Leaders of the modern world in are required to be more aware and involved with their company, their employees, and their processes than ever before. To be a successful leader, you must ensure you provide balance to the personal and professional lives of your employees and that your workplace is a pleasant place to be, all while trying to run a successful business. Whether you are a CEO, a manager, or a supervisor, you are looked to by your staff as a role model for how they should behave. Leaders must lead by example and demonstrate the behaviours and attitudes that they wish to see reflected in their staff. To many, it might sound like an impossible task to lead a group of people, hoping they will create a harmonious and productive team. While difficult, it is not impossible. There are several things a successful leader can do to guarantee they provide their staff with every opportunity to be happy and constructive in their jobs. What's your Management Trajectory? Are you wondering how far away you are from your next promotion? Take our quiz to assess your management career pathway. GO TO QUIZ A healthy work/life balance Maintaining a healthy work/life balance for your employees will help to give them a greater sense of control in their lives. Nowadays, employees are looking to feel like their life is more balanced. If they can achieve this, it will make them less stressed, more productive, and able to compartmentalise their work lives from their home lives. Leaders who make balance a priority will find a higher rate of employee retention, increased loyalty, mutual respect for one another, and a higher quality of knowledge. What are some of the best ways to create a healthy work/life balance? 1. Access to exercise: It is proven that one of the best ways to relieve stress is through physical activity. Having the availability of an onsite gym is beneficial to both employees and leadership staff. It encourages everyone to be more active, and in turn, they will feel relaxed, and productivity level will increase. If you are unable to provide an onsite gym, partnering with a gym close by and offering discounted memberships is a great way to encourage your staff to get active. 2. Flexibility for working parents: Parents often find it difficult to return to work after having children. They worry about missing the small moments like mealtimes together and school drop off or pick up. Policies for working parents make their lives much easier. Whether you allow them to work from home or work only during school hours, they will thank you for the opportunity to be a present figure in their family’s lives. They will feel more positive about coming to work knowing they will be able to pick their kids up from school and spend quality time with their family. 3. Remote working: Offices are no longer defined by the four walls and cubicles that they once were. Nowadays, people can work from most places and still be useful in the same way. With communication tools like instant messaging and project management tools like Slack and Trello, employees can stay up-to-date on all their tasks, regardless of where they are. The flexibility gives employees independence and freedom that is appreciated in the modern working environment. 4. Office half days: Offering an incentive that positively benefits your employees is another great way leaders can push motivation and productivity forward. It may take some time to hone the exact details but offering your staff a half-day off every week or every fortnight, with the condition that all work is completed, is a good way of rewarding them for all the effort they are putting into your business. 5. Trust your employees: Ultimately your employees want to do the best job they can do at work and home. By allowing them space, flexibility, and opportunity to find that balance for themselves, they will become more efficient, valuable, and constructive. A welcoming workplace environment Where someone works is just as important and has as much of an influence on a business, as how hard they work. The physical environment that your staff are working in will greatly impact their mood, their productivity, and their motivation. As a leader, if you ask your employees to work in a boring and unstimulating environment, they will feel less inclined to complete their tasks to a high standard and will likely feel bored in their work. Facebook is known as one of the most desirable places to work as an employee. Culture, workplace perks, and a collaborative environment are only some of the things that have earned the tech giant this title. Located in Silicon Valley, the Facebook campus is abundant with open plan workspaces, making collaboration and discussion with colleagues easy and something they are encouraged to do. Additionally, the campus offers an array of perks for employees. All employees are provided with free meals, dental care, haircuts, laundry services, and on-site health check-ups — almost anything you can name, Facebook offer. Understandably, most businesses do not have the same means as Facebook to be providing the same work perks. However, even leaders of small businesses can adapt some of Facebook’s policies and make them applicable to their companies. Offering staff free food, whether it’s a meal or snacks throughout the week is a great reward for hard work and shows that you appreciate their efforts. If you are looking to be a successful leader in the present or the future, your goal should be to create a work environment that is pleasant, stimulating, and will not cause your staff to overwork and burn out. Emerging Leaders and career progression Leaders come in all shapes and sizes across all industries. Modern leaders should be looking to hone their skills and experience throughout their career. If you try to achieve these things, there is a good chance you will one day progress into a leadership role. You may love your current job and all the perks that come along with it; but have you considered the additional benefits that come from working on moving forward in your career? 1. Financial gain: Most promotions will come with an increased salary offer. The more seniority you have and the more important your job becomes, the higher the likelihood that you will be offered better financial compensation for the work you are doing. 2. Variety: When your career begins to shift and change and move forward, you are more likely to encounter tasks and projects that may be unfamiliar. Successful leaders take this as a good opportunity to learn how to manage and handle new situations. 3. Skills: You will already have an established set of skills from your education and early years of experience in your industry. The further up the career ladder you climb, the more skills and experience you are going to gain and develop. Work hard alongside your staff and continue to hone your skills. By doing this, you gain more knowledge, and your employees never feel like they are in it alone because you are right there working hard with them. One of the best things you can do to ensure you are on track to becoming a successful leader is to have a strong educational foundation to stand on. Investing in emerging leadership skills Whether you are looking to move into, or are currently working, in the construction industry, human resources, project management, or similar areas, you will benefit from further education. Gaining a leadership diploma will show prospective employers that you have clear career goals, a determined and forward-thinking personality, and a drive to succeed – qualities that are extremely valuable to any business. Leadership boundaries are being challenged for the future and leadership is no longer as linear as it once was. It is no longer about ordering people around and waiting while others complete the work for you. Leadership is becoming collaborative; it is about sharing the workload and encouraging your staff through leading by example. Listen to your staff, have compassion and empathy for their problems and hardships, and discuss and implement strategies that can help them solve those issues, while still maintaining their work responsibilities. It is advantageous for a company to seek a better work/life balance and a more welcoming work environment. On top of this, you want leaders to have a strong base of knowledge and experience to draw upon. A diploma qualification will reassure your clients and staff that you are the right leader for the job at hand. Remind yourself that your staff are a priority. You can’t do the work without them, and your staff will not do their best work if the circumstances aren’t suitable. Listen to what they need, provide it to the best of your abilities, and your staff will consider you to be a timeless, fair, and very successful leader.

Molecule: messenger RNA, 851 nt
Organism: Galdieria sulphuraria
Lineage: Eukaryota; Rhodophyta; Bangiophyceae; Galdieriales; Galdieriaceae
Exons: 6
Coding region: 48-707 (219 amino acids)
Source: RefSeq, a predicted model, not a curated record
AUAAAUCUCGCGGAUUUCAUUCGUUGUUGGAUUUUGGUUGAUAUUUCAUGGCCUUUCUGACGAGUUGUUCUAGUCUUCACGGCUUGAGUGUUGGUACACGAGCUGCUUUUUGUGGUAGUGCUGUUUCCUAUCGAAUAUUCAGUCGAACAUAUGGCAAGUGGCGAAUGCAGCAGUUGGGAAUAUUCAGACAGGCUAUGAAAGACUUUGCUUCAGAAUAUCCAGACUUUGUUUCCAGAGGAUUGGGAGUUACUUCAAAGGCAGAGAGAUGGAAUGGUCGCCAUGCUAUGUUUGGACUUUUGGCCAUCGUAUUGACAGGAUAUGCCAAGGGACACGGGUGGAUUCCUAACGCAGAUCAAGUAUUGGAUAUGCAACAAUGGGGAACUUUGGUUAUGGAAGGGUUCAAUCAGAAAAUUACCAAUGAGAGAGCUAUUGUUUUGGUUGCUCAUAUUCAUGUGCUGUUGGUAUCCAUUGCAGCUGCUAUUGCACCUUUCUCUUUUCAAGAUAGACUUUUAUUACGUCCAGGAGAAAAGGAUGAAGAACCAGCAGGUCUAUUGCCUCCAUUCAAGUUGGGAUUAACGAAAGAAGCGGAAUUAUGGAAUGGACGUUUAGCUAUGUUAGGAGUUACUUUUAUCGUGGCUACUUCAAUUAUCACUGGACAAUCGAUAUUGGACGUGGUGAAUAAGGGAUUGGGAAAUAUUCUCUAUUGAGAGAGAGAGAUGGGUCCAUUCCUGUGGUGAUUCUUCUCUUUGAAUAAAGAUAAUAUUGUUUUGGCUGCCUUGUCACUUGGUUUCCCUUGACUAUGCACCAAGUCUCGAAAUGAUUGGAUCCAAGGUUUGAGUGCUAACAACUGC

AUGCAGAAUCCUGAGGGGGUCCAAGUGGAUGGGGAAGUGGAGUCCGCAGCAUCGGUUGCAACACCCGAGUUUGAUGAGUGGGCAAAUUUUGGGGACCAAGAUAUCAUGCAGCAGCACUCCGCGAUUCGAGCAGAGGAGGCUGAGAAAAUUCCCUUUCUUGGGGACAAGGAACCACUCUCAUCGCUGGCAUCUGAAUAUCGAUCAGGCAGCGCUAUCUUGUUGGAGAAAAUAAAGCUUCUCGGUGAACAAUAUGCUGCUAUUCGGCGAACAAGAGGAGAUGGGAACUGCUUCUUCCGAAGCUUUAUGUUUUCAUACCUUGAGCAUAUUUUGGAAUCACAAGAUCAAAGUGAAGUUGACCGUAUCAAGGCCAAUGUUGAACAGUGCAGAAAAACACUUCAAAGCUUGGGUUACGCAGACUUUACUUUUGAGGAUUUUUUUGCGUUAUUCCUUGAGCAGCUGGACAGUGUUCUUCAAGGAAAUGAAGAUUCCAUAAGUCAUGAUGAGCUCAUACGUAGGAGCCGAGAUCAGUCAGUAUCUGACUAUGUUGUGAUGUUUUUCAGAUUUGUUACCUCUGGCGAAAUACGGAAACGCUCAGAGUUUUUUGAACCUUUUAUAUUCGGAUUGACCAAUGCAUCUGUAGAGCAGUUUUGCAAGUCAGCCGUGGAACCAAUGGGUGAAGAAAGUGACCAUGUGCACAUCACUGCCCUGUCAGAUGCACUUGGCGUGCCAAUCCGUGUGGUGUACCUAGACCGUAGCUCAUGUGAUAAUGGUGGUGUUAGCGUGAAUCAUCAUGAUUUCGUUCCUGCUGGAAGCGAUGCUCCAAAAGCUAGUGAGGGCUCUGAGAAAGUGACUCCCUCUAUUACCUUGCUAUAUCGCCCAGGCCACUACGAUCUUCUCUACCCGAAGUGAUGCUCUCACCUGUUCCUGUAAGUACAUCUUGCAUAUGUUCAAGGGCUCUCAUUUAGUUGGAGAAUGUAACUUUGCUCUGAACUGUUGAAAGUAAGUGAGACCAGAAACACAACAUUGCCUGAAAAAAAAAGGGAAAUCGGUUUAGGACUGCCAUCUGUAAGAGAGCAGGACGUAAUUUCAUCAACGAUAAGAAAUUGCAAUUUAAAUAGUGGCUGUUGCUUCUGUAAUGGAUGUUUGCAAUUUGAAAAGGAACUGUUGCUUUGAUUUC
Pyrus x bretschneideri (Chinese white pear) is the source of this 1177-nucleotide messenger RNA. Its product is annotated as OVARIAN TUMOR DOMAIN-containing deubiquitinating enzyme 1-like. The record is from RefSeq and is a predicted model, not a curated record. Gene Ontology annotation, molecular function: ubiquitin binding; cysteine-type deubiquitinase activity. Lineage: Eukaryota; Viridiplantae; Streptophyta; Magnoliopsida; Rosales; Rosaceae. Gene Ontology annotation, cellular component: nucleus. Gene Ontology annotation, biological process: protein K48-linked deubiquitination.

The Changing Face of Workplace Diversity